8217_isi_rapinoemegan_uswntbs07302017350 Brad Smith/isiphotos.com
Player Spotlight

Now Fully Healthy, Megan Rapinoe Is Back to Her Best

Last year the 32-year-old attacker dealt with an ACL injury, Olympic disappointment, and quite a bit of controversy. Things are looking up in 2017, however, both for club and country. 
BY John D. Halloran Posted
August 02, 2017
8:00 AM

MEGAN RAPINOE doesn’t answer the question at first. Perhaps she misheard it, or maybe she doesn’t want to brag.

Dancing around it, she first talks about how she’s improved her strength and her diet. Then she explains how she’s recovering better between games than in the past. Eventually, though, she gets around to a more direct answer and decides that if she has to rank it, she’s in the best form of her life.

“I think this is the longest streak of consistency that I’ve had—the best that I’ve played,” said Rapinoe, speaking to the media after the United States women’s national team’s 4-3 comeback win over Brazil on Sunday. “Obviously, we’ll see when the big championships come around. What you can do then is really where you make your money.”

Two games into the Tournament of Nations and ahead of the U.S.’ final match against Japan on Thursday (10pm PT, ESPN2), the winger has been a bright spot for an American attack that failed to find the net against Australia in the first game of the tournament and struggled for most of the match against Brazil.

Rapinoe's impressive form in 2017 is also a big turnaround from the way things went the year before—one dogged by injury and controversy.

In December 2015, Rapinoe tore her ACL during a U.S. training session. With a full recovery period ranging from six months to a year, many assumed the injury had eliminated her from contention for a spot on the 2016 Olympic roster. However, the California native made a remarkable comeback to make the team.

With Olympic rosters capped at 18 players, many criticized the decision of head coach Jill Ellis to bring Rapinoe to Brazil ahead of other, fully fit players—especially as the recovering midfielder dealt with a pair of muscle injuries in the weeks ahead of the tournament.

In the end, Rapinoe ended up only making two appearances in the Olympics and, after coming off the bench in the U.S.’ quarterfinal loss to Sweden, had to be subbed off herself, requiring the Americans to use two substitutions to get her into and out of the game. Speaking of her time in Rio, Rapinoe admits, “I was sort of a shell of myself.”

After the Olympics, Rapinoe returned home and finished out the rest of her club season with the Seattle Reign, but not before generating controversy again. In September, she knelt during the national anthem in Chicago and did so again a few weeks later while representing the U.S.

As Seattle played out the rest of their season, Rapinoe never hit full form and finished the year with only two starts and one goal. In the end, the University of Portland alumna knew she needed more time to recover and needed to stay patient with her body.

“It has been difficult, obviously. I’m coming back from a major injury at the ripe age of 32,” she said, smiling. “It’s a little bit difficult. It took me a little longer than [my previous ACL injuries]. I feel like I’m in a great place now. I feel like I was patient with myself and took the time that I needed.”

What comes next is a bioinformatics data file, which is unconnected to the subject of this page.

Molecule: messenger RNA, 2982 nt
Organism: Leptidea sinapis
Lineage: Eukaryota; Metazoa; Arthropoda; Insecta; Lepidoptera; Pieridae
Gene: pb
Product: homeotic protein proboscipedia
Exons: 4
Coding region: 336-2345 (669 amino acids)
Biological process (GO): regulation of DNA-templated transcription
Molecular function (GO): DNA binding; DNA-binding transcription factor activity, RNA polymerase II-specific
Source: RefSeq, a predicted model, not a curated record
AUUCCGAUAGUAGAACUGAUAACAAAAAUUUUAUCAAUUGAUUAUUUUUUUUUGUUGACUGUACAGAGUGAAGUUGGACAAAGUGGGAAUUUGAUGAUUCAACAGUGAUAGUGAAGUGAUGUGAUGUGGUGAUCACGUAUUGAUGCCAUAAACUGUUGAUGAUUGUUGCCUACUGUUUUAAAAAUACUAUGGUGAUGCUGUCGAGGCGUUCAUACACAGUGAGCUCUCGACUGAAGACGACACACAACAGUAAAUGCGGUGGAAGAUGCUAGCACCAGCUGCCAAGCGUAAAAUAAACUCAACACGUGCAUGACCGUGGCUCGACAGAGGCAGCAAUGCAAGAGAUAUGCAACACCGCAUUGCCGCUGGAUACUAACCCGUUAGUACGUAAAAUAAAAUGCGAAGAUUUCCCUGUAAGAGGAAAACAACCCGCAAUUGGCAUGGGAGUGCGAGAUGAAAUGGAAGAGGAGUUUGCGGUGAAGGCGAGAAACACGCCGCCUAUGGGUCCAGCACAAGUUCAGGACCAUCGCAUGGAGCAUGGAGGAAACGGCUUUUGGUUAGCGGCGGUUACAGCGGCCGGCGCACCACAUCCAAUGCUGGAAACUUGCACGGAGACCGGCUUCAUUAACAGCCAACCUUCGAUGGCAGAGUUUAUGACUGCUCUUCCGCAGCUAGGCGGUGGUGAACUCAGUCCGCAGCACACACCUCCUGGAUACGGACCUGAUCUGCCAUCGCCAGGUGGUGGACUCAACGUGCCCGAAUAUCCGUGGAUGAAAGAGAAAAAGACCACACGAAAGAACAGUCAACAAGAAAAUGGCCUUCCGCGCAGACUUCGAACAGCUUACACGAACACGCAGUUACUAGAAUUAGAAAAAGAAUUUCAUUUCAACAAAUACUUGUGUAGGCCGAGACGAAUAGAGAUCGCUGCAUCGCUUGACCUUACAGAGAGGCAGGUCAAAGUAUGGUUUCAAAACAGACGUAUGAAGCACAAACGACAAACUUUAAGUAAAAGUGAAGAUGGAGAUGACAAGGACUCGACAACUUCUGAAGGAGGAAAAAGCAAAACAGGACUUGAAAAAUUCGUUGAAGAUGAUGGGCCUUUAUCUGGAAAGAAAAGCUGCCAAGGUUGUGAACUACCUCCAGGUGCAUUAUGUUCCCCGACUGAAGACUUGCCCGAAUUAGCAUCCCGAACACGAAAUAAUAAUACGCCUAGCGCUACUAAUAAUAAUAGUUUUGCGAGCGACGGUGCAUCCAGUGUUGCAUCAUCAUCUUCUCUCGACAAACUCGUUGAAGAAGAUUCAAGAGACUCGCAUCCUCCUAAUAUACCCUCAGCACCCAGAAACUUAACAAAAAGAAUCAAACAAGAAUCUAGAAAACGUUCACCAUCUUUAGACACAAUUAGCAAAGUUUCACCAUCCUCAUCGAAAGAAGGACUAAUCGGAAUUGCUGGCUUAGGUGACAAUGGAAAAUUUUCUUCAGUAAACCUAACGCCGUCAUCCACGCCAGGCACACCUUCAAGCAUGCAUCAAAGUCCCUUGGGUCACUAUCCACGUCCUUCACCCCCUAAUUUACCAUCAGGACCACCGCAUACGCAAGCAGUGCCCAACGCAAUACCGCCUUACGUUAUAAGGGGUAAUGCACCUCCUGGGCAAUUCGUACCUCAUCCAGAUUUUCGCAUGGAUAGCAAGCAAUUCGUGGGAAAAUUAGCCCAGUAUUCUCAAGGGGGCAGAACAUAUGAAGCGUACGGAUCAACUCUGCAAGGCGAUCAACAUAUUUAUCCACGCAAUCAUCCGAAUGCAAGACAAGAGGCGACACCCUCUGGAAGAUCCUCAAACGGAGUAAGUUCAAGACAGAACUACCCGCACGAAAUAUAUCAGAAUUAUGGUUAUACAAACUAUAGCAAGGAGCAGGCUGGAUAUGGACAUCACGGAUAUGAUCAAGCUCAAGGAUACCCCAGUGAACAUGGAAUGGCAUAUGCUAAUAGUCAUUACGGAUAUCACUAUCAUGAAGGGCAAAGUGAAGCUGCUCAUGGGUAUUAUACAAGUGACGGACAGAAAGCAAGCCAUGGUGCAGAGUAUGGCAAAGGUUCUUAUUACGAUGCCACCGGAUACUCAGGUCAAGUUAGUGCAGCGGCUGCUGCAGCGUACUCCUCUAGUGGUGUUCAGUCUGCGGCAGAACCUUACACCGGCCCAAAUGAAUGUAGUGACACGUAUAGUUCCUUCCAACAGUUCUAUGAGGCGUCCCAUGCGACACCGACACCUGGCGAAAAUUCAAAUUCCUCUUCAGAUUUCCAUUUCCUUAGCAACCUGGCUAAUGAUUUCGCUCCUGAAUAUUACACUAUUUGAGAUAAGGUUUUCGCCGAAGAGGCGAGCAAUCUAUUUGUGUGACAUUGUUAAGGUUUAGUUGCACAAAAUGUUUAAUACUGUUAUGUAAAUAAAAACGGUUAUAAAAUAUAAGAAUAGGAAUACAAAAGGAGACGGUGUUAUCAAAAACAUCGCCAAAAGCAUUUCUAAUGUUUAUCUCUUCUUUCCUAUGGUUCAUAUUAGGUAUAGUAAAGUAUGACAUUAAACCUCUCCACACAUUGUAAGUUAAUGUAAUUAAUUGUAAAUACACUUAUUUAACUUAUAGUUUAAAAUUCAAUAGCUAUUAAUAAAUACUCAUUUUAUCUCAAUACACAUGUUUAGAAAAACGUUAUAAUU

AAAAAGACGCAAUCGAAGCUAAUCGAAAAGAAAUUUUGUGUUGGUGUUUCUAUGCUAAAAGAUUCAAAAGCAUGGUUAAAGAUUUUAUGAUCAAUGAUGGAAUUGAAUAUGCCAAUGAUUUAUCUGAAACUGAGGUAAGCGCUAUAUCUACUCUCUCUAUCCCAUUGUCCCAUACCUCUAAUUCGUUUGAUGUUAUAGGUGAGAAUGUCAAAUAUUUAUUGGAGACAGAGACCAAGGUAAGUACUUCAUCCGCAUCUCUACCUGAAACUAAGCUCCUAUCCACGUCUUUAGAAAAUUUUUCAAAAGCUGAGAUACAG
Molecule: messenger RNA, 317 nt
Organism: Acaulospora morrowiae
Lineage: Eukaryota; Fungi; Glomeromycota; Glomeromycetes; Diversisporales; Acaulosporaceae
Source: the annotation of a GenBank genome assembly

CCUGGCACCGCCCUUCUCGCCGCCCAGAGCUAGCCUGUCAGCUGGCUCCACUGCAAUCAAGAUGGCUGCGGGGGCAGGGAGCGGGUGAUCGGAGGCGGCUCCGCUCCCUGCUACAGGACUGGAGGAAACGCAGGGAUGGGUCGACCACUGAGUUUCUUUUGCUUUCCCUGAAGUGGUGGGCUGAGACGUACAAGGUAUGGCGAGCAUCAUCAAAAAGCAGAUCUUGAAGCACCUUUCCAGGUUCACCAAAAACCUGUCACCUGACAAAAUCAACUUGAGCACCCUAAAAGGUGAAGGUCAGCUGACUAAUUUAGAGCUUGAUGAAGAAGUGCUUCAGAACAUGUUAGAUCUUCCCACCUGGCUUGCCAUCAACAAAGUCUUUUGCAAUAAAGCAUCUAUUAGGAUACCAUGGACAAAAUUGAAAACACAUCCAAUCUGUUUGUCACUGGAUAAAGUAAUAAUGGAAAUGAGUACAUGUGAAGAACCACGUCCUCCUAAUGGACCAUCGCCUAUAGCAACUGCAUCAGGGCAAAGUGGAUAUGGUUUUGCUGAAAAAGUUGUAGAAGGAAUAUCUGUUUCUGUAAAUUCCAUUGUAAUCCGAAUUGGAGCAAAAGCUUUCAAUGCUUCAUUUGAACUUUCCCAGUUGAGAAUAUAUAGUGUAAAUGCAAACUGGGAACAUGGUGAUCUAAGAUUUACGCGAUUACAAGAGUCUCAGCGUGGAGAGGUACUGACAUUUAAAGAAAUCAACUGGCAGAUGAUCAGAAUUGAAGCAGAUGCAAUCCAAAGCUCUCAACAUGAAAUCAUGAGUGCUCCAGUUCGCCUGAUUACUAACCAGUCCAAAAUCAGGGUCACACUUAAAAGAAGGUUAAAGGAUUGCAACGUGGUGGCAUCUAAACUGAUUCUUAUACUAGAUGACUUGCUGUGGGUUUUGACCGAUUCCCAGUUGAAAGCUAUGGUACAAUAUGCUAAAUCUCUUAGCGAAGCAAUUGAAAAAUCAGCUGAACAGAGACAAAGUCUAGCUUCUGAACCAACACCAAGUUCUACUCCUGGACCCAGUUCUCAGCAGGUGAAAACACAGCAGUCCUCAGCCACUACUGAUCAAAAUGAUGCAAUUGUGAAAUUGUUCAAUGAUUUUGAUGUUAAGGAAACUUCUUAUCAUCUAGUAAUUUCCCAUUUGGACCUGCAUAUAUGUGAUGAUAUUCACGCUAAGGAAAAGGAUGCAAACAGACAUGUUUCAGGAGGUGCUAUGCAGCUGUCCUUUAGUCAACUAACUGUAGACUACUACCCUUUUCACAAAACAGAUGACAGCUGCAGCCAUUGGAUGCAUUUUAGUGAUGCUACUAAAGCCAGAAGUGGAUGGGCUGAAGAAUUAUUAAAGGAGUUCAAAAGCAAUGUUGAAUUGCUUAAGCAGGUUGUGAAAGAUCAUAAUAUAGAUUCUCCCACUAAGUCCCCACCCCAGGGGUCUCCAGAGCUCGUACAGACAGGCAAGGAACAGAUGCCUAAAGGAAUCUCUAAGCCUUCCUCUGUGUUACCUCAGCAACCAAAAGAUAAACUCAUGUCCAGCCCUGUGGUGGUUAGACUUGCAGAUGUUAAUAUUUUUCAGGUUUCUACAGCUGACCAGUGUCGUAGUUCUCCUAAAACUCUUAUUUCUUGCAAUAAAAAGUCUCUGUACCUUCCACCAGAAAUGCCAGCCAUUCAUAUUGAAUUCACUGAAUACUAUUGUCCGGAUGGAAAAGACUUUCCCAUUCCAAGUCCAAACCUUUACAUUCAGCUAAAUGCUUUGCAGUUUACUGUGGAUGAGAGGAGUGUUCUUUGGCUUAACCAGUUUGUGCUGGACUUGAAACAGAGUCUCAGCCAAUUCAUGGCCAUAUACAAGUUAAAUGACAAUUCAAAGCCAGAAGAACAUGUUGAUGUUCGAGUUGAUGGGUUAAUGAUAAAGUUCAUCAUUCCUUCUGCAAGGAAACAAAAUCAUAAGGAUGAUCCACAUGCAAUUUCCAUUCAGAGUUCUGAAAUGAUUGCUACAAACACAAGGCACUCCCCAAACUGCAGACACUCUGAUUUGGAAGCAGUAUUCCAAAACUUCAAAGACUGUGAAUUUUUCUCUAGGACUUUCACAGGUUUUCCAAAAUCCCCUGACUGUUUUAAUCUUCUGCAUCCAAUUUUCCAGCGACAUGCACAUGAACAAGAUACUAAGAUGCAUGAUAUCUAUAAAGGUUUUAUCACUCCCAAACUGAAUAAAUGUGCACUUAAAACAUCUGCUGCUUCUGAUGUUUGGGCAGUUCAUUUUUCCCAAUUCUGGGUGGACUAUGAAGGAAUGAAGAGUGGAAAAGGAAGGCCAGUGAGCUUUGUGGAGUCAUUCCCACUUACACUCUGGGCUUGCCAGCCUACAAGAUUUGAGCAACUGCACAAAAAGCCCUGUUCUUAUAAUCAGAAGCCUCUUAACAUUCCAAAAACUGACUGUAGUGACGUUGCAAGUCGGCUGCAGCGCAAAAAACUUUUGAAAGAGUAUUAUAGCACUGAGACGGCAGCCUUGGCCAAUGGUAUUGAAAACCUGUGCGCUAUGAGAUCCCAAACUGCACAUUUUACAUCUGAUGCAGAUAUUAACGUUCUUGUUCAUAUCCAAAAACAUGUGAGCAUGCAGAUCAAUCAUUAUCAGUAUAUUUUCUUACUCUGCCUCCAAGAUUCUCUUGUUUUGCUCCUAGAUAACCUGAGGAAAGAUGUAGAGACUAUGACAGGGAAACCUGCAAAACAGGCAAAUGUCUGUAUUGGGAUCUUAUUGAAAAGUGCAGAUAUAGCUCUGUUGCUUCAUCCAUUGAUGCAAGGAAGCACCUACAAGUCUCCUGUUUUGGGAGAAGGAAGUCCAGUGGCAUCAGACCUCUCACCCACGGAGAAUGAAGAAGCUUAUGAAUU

Rapinoe currently leads the National Women’s Soccer League with 12 goals and she has produced some of the best sequences thus far for the U.S. in the Tournament of Nations.

Rapinoe’s play has drawn praise from both U.S. head coach Jill Ellis and team captain Carli Lloyd.

“Megan has just been building and building," explained Ellis. “I credit her. She’s worked so hard to get back to this. Her performance in the league—she’s been building momentum. I’m just delighted. I thought [against Australia], she was just fantastic in her performance. I thought [against Brazil], she just drives an engine. There a quality to her, and a strength and a power to her that’s just very impressive.”

“I’m really proud of her,” said Lloyd. “Like her and like everyone, we all go through ups and downs, peaks and valleys. Hers was her ACL and just trying to find her form.”

After Sunday's match against Brazil, Rapinoe commented that the comeback win could pay dividends down the road for the team’s younger players. She even referenced the Americans’ famous rally against Brazil in the 2011 World Cup quarterfinals, where her left-footed service found Abby Wambach for the game-tying goal in stoppage time at the end of the second period of extra-time.

“This was a little bit of vintage U.S. women’s national team,” Rapinoe said. “It was really good for some of the younger players who maybe haven’t been in a world championship, or haven’t had that experience. Sometimes that’s what these games come down to and it’s good to have that in the back pocket.

“Those are the moments that you’re going to need to fall back on when you’re in Dresden and you’re down and you need to get a goal.”

John D. Halloran is an American Soccer Now columnist. Follow him on Twitter.

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